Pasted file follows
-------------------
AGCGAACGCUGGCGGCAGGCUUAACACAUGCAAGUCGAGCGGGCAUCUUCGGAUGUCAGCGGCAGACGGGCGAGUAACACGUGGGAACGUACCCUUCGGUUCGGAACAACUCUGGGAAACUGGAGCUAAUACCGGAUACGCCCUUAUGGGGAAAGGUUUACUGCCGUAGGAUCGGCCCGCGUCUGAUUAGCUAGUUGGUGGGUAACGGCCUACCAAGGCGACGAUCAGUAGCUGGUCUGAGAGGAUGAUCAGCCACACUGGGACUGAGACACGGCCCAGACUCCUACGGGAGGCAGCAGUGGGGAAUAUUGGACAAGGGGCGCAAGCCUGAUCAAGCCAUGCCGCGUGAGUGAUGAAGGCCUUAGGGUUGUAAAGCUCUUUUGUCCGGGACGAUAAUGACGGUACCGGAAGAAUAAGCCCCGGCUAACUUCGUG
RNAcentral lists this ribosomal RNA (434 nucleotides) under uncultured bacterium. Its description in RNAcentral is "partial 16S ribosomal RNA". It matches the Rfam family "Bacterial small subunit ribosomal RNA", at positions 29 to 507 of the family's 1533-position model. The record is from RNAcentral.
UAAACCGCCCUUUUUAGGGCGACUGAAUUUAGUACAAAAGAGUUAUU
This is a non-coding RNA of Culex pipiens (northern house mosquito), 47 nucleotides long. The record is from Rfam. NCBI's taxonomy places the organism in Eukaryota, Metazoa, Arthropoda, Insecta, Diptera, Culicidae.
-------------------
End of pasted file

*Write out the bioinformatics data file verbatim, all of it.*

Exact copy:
AGCGAACGCUGGCGGCAGGCUUAACACAUGCAAGUCGAGCGGGCAUCUUCGGAUGUCAGCGGCAGACGGGCGAGUAACACGUGGGAACGUACCCUUCGGUUCGGAACAACUCUGGGAAACUGGAGCUAAUACCGGAUACGCCCUUAUGGGGAAAGGUUUACUGCCGUAGGAUCGGCCCGCGUCUGAUUAGCUAGUUGGUGGGUAACGGCCUACCAAGGCGACGAUCAGUAGCUGGUCUGAGAGGAUGAUCAGCCACACUGGGACUGAGACACGGCCCAGACUCCUACGGGAGGCAGCAGUGGGGAAUAUUGGACAAGGGGCGCAAGCCUGAUCAAGCCAUGCCGCGUGAGUGAUGAAGGCCUUAGGGUUGUAAAGCUCUUUUGUCCGGGACGAUAAUGACGGUACCGGAAGAAUAAGCCCCGGCUAACUUCGUG
RNAcentral lists this ribosomal RNA (434 nucleotides) under uncultured bacterium. Its description in RNAcentral is "partial 16S ribosomal RNA". It matches the Rfam family "Bacterial small subunit ribosomal RNA", at positions 29 to 507 of the family's 1533-position model. The record is from RNAcentral.
UAAACCGCCCUUUUUAGGGCGACUGAAUUUAGUACAAAAGAGUUAUU
This is a non-coding RNA of Culex pipiens (northern house mosquito), 47 nucleotides long. The record is from Rfam. NCBI's taxonomy places the organism in Eukaryota, Metazoa, Arthropoda, Insecta, Diptera, Culicidae.